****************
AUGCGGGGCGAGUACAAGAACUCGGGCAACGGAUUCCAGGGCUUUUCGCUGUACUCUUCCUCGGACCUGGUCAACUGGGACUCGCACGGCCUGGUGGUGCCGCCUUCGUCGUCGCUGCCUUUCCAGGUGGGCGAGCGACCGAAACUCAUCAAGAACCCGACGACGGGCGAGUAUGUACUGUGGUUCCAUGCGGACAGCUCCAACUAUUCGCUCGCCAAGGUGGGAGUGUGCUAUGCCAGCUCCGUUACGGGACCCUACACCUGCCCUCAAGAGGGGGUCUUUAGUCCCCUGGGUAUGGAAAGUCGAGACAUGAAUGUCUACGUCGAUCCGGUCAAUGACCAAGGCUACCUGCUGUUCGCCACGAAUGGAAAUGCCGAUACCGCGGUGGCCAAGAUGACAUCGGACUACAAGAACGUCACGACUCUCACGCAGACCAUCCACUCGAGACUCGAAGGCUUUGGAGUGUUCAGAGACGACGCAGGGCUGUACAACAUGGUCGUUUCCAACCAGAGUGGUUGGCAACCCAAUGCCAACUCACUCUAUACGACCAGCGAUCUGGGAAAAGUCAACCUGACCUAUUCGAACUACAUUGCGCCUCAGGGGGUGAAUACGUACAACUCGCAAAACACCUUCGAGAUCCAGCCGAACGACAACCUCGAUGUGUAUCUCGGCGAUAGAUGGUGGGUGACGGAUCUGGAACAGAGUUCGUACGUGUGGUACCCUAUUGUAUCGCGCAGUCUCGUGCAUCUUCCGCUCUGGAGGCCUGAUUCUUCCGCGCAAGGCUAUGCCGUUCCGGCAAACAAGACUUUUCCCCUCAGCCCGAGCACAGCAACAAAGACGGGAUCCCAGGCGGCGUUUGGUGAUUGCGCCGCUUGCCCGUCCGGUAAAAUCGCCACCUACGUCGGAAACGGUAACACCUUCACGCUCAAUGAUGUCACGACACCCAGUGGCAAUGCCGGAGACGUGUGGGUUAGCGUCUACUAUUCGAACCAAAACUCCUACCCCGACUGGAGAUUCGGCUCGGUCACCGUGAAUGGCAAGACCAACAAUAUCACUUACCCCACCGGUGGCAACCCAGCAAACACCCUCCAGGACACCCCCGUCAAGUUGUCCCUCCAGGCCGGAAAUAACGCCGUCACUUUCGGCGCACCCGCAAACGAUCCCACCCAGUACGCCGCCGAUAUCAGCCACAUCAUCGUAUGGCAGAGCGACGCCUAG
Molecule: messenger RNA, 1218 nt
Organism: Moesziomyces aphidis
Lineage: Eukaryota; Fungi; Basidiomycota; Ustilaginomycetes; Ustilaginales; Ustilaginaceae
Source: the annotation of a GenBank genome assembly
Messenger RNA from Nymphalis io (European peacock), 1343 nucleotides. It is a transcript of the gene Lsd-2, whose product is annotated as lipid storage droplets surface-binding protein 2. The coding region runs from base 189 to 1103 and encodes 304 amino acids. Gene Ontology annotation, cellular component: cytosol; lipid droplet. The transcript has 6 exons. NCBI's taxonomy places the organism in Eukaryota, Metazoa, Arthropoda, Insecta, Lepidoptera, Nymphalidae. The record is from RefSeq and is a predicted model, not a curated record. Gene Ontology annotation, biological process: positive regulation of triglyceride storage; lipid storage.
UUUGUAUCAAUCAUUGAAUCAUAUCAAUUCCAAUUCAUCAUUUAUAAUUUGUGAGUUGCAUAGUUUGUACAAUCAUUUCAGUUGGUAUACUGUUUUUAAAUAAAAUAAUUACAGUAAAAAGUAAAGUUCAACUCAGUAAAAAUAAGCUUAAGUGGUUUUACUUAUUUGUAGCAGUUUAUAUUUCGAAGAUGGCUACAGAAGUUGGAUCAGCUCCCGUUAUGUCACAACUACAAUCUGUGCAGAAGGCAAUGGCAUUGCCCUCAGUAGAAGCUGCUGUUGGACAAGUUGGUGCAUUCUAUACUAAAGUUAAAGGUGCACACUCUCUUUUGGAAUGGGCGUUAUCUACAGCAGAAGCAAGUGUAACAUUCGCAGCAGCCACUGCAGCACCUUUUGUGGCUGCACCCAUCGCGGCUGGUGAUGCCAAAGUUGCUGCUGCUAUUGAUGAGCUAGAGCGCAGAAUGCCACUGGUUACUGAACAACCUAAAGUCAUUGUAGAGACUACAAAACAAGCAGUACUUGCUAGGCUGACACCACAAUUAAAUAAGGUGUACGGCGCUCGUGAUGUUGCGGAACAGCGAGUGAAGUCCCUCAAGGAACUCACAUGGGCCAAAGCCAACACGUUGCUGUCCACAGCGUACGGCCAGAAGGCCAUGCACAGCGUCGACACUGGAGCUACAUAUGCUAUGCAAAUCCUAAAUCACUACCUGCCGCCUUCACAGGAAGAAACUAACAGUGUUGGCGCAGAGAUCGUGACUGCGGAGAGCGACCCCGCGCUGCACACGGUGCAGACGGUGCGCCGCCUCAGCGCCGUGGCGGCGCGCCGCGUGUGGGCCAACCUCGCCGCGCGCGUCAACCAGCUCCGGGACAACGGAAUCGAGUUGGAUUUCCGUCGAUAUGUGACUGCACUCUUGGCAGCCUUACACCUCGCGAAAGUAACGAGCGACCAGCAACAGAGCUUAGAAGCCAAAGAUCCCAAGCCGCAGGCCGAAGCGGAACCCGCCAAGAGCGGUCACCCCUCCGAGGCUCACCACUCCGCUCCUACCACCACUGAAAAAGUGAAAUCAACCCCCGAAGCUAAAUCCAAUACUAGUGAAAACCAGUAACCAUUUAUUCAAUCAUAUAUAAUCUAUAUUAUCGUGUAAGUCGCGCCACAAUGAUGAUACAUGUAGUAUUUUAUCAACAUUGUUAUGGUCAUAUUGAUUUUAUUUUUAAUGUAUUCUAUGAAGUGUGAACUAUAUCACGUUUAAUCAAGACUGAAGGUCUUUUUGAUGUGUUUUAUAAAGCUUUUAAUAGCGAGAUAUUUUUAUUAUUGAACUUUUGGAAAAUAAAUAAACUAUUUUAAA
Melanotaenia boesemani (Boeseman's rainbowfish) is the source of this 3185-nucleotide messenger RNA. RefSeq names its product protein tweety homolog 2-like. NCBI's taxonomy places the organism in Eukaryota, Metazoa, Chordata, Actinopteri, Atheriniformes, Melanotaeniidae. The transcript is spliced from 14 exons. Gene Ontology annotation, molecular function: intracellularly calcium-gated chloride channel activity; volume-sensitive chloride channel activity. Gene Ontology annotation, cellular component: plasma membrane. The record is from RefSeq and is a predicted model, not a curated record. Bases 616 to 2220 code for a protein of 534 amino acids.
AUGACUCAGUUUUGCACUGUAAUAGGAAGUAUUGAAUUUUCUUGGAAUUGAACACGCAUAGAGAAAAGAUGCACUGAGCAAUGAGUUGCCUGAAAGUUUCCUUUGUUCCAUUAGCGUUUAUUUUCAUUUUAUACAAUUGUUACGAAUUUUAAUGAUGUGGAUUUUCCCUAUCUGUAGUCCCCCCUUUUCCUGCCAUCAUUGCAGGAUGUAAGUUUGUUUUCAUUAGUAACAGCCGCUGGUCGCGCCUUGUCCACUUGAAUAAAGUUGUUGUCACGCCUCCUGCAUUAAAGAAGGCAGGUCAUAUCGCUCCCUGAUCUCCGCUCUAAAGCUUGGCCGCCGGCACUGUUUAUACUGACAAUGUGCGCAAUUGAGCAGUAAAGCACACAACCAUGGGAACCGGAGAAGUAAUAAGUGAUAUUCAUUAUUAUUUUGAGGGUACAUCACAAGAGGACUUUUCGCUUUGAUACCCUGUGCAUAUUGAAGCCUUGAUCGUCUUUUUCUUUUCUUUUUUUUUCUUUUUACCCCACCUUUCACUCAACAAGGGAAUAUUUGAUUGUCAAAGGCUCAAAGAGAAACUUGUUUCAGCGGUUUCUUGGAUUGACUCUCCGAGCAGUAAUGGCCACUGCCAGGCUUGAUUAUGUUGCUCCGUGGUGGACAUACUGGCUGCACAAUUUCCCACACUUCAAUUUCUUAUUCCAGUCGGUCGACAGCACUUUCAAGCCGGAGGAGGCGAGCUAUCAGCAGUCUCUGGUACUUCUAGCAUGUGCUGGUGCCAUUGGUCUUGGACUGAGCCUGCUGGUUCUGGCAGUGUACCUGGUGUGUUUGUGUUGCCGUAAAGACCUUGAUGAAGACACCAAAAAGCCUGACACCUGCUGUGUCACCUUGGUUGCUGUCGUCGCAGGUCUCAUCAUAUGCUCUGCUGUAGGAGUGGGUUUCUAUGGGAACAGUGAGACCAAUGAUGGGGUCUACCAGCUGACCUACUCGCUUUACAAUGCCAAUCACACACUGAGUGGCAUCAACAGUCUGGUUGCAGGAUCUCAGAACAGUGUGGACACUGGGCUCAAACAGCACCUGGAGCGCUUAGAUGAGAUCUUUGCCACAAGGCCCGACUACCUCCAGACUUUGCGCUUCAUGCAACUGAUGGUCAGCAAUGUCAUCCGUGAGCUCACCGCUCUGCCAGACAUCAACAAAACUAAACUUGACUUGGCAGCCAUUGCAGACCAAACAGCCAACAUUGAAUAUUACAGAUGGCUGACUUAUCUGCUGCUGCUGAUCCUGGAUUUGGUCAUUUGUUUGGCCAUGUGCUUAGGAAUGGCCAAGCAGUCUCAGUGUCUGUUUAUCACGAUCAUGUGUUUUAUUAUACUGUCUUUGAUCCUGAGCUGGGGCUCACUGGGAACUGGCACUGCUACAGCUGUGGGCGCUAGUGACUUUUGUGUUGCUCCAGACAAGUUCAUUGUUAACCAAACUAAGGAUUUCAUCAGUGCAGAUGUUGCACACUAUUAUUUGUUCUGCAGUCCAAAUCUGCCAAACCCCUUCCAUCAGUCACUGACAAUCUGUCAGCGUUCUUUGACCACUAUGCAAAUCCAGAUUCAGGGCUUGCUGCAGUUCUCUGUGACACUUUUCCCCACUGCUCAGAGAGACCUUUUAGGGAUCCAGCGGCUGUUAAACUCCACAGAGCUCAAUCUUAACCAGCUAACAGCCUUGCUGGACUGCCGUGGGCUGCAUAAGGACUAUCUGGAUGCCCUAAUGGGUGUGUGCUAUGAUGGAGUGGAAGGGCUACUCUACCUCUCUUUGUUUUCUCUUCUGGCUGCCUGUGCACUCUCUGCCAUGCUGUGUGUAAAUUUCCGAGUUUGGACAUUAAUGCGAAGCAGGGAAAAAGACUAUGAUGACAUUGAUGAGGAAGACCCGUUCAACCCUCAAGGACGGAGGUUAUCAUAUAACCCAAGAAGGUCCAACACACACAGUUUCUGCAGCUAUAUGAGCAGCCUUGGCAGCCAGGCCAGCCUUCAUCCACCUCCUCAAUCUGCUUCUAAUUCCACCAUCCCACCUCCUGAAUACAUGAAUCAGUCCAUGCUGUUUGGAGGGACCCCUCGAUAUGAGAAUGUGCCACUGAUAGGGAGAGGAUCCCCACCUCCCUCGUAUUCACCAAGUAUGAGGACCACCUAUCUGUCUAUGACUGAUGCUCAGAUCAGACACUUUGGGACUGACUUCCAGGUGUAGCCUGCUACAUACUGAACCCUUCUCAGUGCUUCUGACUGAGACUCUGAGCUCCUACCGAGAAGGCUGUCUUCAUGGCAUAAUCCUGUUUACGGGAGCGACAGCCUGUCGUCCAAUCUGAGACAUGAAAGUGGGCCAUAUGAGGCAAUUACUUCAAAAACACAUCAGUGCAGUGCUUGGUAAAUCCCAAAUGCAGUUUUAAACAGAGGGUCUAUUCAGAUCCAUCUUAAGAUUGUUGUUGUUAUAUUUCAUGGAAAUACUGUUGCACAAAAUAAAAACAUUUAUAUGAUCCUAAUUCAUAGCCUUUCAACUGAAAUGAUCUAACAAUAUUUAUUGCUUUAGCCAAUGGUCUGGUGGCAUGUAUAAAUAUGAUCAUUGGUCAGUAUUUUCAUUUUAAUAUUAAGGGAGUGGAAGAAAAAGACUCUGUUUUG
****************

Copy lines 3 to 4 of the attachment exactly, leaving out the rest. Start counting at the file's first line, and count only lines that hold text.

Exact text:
Organism: Moesziomyces aphidis
Lineage: Eukaryota; Fungi; Basidiomycota; Ustilaginomycetes; Ustilaginales; Ustilaginaceae